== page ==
Baby girl rescued from Taiwan’s quake rubble
A SIX-MONTH-OLD baby girl has been rescued from the ruins of an apartment building in Taiwan, 30 hours after it was brought down by an earthquake.
Earlier a 20-year-old man was also pulled out alive, but hopes are fading for 120 others thought to be trapped in the ruins of the Weiguan Jinlong building in Tainan City.
Most of the 26 people who died in the quake were in the building.
An investigation into its construction has been launched.
More than 170 people have now been rescued. Nearly 500 people were injured as a result of the magnitude 6.4 earthquake, and dozens remain in hospital.
Hundreds of soldiers are involved in the rescue effort, with the help of hi-tech equipment and rescue dogs, and shelters are being set up for those who have lost their homes in the city of two million people.
The BBC said that as the rescue went into a second night, there was an increasing sense of despair among the relatives still waiting for news.
He added that there was also anger, because the collapsed apartment building exposed tin cans and blocks of white polystyrene inside some concrete pillars. Unscrupulous construction companies sometimes use such techniques to save concrete, and reduce costs.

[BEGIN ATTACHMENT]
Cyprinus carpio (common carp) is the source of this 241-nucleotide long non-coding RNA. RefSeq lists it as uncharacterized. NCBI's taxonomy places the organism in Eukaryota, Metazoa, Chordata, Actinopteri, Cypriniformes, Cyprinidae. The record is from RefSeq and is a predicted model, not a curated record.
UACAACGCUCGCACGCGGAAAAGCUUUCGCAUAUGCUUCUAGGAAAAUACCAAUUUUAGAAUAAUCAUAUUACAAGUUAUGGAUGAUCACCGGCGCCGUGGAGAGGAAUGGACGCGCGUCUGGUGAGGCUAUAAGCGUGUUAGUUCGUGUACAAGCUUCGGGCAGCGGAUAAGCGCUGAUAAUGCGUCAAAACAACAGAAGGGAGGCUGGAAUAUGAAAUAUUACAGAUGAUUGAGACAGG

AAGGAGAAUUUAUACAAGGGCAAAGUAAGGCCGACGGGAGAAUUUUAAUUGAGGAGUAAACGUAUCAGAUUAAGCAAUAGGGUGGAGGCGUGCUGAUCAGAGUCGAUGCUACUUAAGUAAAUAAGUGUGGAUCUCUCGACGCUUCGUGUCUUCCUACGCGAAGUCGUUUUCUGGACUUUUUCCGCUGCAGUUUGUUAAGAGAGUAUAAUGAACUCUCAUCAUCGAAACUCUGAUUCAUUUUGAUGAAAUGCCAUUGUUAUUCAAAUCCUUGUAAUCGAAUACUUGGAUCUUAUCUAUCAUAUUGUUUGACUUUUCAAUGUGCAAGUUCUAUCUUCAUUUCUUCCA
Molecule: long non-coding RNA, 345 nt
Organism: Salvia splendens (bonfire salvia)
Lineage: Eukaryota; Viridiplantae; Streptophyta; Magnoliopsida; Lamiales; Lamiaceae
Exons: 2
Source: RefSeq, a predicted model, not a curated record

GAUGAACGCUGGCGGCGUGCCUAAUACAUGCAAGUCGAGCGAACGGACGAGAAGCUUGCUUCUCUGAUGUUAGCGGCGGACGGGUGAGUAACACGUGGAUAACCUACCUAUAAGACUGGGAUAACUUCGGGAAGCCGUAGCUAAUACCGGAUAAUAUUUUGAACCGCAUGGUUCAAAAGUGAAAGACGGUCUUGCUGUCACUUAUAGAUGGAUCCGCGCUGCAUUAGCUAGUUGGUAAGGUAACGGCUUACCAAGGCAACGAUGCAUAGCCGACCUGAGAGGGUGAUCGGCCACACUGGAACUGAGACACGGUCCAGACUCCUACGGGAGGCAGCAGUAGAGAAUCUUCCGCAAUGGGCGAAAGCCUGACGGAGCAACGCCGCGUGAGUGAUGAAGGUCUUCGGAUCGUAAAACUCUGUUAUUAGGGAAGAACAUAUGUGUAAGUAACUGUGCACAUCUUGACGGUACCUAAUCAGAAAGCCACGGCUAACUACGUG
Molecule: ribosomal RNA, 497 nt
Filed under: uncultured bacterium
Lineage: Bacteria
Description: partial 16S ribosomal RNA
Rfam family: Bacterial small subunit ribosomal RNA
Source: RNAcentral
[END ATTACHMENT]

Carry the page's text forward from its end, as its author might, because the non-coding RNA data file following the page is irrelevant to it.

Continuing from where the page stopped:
Interior Minister, Chen Wei-jen, said investigators would examine whether the building’s construction met the required standards.
The 17-storey of the Weiguan Jinlong (Golden Dragon) apartment complex, home to more than 250 people, crumpled down on each other as the quake took hold just before 04:00 local time on Saturday (20:00 GMT Friday).
Elsewhere in the city, at least two other victims were killed by falling debris.
A woman surnamed Chang said she was waiting to hear from her daughter, who lived on the fifth floor of the fallen block of flats.
“She’s not answering my phone calls. I am trying to hold my emotions and stay strong. I’ll do that until I find her,” she said.
“I know they will find her, but I have also prepared for the worst,” she added.
A man in his 60s, whose son escaped and whose daughter-in-law was in serious condition, was trying to help rescuers pinpoint his 11- and 12-year-old grandsons.
The quake was shallow, meaning its effects would have been amplified, the United States Geological Survey said.
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